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Royal Dutch Shell, under pressure from activist investors, said Monday it will begin setting short-term carbon emissions goals for its products and link the targets to executive pay.
Why it matters: The yet-to-be-determined targets represent new, nearer-term pledges from Shell, which has previously laid out non-binding, long-term goals to cut net emissions in half by 2050 and by 20% by 2035.
- The multinational energy giant released a joint statement on the plan with the shareholder group Climate Action 100+. It's the result of negotiations led by the Church of England Pensions Board and asset management firm Robeco.
- It states that the nearer-term targets will "operationalize" the longer-term goals first announced in 2017.
- The Financial Times first reported the new agreement late Sunday.
What's next: "Shell will set the target each year, for the following three- or five-year period. The target setting process will start from 2020 and will run to 2050," Shell said in a statement Monday.
- Shell CEO Ben van Beurden said in a statement: “We are taking important steps towards turning our Net Carbon Footprint ambition into reality by setting shorter-term targets."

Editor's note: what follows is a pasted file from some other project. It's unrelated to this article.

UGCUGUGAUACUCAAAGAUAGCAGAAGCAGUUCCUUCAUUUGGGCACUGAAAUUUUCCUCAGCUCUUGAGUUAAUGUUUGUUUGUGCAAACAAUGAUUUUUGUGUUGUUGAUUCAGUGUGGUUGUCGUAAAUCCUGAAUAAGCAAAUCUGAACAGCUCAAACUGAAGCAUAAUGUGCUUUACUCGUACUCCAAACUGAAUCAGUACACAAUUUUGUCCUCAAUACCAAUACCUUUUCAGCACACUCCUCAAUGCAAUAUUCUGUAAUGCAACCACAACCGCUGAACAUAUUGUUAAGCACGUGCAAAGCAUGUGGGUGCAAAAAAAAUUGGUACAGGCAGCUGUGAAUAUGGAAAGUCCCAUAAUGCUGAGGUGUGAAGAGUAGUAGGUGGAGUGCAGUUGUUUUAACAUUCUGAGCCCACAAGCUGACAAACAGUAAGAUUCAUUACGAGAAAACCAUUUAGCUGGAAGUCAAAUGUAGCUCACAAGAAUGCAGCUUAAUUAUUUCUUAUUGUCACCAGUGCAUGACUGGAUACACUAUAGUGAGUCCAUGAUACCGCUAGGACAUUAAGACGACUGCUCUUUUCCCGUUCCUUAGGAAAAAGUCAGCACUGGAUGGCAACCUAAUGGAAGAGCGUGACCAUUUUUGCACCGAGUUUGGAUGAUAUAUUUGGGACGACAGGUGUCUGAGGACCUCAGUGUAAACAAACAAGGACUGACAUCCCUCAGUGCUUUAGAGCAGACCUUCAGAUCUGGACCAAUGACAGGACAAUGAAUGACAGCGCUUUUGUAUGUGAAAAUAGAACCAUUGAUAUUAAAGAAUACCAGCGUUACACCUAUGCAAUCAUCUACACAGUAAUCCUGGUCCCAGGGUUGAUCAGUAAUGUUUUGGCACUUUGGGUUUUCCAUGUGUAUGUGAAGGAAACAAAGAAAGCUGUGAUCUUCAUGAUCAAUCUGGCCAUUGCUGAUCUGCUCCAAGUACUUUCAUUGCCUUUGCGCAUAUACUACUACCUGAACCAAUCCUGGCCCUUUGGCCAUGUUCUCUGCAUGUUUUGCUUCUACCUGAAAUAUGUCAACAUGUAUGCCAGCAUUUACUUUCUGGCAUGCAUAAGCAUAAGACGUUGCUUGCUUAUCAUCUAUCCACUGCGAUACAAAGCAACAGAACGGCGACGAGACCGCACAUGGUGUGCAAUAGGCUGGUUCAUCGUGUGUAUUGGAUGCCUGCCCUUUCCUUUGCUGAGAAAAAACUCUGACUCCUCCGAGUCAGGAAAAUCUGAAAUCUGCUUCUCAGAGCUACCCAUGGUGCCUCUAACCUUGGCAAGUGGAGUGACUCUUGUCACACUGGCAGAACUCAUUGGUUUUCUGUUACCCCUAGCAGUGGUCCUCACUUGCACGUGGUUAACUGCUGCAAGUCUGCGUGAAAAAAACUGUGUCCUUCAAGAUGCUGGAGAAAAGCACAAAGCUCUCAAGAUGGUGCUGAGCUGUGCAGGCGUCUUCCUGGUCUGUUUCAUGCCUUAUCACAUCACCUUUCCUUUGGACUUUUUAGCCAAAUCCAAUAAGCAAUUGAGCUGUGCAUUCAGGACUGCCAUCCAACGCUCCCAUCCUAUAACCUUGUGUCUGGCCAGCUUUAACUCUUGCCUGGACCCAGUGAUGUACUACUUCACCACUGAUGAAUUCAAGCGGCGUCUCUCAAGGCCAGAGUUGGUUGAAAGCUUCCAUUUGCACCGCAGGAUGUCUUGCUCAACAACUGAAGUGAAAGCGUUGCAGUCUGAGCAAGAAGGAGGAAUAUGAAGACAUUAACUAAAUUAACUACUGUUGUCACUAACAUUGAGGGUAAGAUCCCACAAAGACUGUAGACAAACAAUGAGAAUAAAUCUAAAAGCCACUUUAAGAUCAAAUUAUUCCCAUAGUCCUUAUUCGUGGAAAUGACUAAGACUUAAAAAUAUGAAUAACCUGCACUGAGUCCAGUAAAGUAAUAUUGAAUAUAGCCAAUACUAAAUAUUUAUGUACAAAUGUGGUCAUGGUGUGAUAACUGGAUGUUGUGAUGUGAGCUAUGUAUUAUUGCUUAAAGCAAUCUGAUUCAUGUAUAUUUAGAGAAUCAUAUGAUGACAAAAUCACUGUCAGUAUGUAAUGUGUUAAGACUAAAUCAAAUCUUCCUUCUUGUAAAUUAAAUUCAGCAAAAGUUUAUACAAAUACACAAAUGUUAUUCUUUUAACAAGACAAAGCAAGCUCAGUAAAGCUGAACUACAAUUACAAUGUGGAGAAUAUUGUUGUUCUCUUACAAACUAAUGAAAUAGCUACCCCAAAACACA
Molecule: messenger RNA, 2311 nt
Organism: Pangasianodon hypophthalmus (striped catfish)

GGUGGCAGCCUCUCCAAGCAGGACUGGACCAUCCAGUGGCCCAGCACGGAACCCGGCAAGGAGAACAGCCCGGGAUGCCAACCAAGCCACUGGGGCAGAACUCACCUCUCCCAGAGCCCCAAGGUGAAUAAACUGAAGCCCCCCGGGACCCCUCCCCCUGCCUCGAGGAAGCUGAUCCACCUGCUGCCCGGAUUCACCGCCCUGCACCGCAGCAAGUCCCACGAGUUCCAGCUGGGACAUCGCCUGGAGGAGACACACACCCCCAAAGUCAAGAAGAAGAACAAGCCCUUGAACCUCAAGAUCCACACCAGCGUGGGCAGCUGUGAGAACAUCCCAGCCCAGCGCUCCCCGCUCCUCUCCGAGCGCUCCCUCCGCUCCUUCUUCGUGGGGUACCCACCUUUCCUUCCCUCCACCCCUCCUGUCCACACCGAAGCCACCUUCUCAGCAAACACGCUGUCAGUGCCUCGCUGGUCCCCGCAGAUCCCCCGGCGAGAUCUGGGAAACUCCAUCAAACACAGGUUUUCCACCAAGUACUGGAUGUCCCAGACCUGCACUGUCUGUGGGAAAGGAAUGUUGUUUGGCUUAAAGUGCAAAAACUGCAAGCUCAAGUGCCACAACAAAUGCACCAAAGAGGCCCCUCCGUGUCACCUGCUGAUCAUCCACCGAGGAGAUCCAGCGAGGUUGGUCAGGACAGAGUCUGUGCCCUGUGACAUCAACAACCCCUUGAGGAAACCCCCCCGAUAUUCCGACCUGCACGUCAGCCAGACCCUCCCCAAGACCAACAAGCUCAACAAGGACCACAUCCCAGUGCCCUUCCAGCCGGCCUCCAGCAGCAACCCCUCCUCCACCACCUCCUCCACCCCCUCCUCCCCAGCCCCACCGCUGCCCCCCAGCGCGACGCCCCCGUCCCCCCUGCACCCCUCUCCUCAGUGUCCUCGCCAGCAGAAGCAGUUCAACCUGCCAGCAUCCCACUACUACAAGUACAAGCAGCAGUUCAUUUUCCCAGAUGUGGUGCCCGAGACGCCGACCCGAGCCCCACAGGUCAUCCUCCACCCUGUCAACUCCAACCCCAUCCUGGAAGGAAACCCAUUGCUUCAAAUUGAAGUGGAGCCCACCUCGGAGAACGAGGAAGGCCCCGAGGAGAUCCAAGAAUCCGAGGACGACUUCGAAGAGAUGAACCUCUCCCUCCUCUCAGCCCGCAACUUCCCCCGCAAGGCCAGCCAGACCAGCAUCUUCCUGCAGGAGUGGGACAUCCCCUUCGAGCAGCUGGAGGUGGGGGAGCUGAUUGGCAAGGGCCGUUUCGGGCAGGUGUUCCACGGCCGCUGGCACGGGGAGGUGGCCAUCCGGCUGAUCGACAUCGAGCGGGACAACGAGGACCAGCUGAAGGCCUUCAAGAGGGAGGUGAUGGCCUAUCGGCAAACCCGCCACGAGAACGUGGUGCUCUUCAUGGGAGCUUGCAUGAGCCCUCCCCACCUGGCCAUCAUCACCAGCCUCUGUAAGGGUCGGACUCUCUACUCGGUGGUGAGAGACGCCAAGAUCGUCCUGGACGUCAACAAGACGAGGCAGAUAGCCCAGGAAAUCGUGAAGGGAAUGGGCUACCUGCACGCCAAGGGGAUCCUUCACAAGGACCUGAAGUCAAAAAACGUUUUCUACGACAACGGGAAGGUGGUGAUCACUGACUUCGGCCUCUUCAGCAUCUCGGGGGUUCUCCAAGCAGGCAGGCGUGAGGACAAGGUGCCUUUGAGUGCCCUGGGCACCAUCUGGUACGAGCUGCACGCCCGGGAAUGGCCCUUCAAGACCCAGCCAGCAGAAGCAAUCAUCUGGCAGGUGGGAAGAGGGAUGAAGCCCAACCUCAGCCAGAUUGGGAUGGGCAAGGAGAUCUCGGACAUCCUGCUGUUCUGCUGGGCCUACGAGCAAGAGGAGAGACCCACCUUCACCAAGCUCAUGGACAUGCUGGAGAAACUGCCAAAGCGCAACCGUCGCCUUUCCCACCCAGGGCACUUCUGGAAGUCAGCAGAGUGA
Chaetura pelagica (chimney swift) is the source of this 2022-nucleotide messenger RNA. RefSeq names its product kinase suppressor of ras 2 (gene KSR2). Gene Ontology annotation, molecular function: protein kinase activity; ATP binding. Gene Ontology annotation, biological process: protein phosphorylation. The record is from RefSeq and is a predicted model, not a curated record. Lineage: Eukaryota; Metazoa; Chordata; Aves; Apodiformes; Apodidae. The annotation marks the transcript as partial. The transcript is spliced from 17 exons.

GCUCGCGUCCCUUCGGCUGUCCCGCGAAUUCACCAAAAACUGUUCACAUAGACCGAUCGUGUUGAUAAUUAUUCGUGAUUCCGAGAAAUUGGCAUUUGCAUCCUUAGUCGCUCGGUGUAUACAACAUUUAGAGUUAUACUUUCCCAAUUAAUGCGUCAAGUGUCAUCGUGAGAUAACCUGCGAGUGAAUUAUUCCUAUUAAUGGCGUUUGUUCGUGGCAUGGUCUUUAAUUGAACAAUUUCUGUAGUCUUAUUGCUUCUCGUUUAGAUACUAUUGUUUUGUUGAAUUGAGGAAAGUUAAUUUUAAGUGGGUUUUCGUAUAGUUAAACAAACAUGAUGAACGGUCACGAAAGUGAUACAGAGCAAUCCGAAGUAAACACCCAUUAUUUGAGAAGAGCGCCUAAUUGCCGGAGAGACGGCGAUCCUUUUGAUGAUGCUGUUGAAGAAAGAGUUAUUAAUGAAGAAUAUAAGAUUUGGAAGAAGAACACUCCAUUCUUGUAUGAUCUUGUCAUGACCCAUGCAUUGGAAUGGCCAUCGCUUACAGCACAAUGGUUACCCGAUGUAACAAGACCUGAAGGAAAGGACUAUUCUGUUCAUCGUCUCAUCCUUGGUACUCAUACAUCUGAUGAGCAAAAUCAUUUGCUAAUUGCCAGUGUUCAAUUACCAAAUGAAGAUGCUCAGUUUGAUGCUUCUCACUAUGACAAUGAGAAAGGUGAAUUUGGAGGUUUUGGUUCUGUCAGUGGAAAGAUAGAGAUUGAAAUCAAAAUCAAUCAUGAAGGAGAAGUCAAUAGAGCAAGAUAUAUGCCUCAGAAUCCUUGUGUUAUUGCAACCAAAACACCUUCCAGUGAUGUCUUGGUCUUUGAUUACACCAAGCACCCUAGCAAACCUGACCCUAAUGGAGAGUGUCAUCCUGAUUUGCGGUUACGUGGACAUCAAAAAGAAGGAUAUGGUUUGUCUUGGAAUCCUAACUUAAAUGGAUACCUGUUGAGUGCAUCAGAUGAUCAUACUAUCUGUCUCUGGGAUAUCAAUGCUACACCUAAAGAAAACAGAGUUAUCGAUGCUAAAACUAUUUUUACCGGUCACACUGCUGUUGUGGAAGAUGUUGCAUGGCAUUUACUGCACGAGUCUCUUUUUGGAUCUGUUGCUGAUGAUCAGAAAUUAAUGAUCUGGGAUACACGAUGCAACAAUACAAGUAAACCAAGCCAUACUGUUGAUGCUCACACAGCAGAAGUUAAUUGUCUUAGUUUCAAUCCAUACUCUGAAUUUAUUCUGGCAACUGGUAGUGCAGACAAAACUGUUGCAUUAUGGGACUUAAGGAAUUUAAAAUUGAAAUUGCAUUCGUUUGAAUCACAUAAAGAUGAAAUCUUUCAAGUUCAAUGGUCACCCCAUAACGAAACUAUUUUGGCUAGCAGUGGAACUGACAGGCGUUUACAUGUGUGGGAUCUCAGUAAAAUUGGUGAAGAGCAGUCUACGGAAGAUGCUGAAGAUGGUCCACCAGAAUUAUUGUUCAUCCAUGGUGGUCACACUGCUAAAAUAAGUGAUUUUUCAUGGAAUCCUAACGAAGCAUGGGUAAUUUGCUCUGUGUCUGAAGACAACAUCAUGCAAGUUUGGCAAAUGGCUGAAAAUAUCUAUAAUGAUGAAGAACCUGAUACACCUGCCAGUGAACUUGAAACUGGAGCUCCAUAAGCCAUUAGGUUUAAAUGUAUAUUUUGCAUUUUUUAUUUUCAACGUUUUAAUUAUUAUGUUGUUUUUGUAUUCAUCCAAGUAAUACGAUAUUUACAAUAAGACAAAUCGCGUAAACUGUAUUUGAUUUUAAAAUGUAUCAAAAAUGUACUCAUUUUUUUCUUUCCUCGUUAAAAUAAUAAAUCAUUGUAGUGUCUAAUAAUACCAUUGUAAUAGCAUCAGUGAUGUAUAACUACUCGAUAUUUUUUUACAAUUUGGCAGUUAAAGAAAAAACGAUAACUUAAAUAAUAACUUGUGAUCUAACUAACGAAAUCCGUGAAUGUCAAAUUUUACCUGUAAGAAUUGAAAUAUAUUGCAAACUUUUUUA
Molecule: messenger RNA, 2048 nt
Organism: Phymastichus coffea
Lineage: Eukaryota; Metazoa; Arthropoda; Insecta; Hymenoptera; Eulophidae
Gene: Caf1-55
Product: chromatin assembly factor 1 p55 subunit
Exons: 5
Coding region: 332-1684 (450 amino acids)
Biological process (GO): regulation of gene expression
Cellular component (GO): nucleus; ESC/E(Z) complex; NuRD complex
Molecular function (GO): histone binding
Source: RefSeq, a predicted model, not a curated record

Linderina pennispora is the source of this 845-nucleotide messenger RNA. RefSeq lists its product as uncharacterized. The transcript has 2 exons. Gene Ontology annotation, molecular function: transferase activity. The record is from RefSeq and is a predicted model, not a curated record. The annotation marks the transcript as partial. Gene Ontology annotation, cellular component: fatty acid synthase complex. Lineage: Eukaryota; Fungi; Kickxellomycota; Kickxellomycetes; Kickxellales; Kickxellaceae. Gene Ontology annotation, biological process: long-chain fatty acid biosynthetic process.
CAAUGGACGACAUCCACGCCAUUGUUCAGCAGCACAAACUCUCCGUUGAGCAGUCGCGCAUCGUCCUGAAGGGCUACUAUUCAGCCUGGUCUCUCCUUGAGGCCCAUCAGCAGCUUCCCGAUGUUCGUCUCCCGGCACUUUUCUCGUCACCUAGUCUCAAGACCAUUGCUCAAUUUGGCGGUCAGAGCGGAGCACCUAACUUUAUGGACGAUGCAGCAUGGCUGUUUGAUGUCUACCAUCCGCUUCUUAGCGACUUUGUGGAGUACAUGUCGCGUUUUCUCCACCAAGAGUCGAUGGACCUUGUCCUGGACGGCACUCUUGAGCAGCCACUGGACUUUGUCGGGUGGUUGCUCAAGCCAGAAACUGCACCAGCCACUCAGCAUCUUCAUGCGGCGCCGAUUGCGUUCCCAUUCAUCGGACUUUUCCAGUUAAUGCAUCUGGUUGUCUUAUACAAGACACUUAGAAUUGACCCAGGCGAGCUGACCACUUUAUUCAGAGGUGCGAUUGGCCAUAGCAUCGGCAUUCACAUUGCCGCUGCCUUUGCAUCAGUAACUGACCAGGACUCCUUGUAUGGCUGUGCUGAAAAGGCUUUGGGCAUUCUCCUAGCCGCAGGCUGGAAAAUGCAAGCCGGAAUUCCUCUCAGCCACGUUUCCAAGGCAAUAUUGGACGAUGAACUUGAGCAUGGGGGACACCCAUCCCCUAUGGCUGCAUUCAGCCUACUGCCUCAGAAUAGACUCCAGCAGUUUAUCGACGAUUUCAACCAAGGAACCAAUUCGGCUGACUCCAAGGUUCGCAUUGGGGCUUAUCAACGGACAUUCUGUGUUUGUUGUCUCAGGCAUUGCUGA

What they're saying: Andrew Logan of Ceres, a sustainable investment advocacy group, tells Axios that the move is "groundbreaking."
- "The industry has long resisted the idea of taking responsibility for product emissions, even though they are an order of magnitude larger than operational emissions and are the source of much of the industry's climate risk," he said in an email.
- "This announcement means that Shell is moving from ambition to firm targets," Logan added.
The intrigue: A provision deep in the agreement with Climate Action 100+ says Shell is reviewing its membership in trade associations.
- Shell said it recognizes that it's important to ensure the memberships don't "undermine its support for the objectives of the Paris Agreement on climate change." The results of the review will be made public in the first quarter of 2019, Shell said.
- The revised executive pay policy, meanwhile, will be submitted for shareholder approval at Shell's 2020 annual meeting.
Go deeper: Read the agreement between Shell and Climate Action 100+.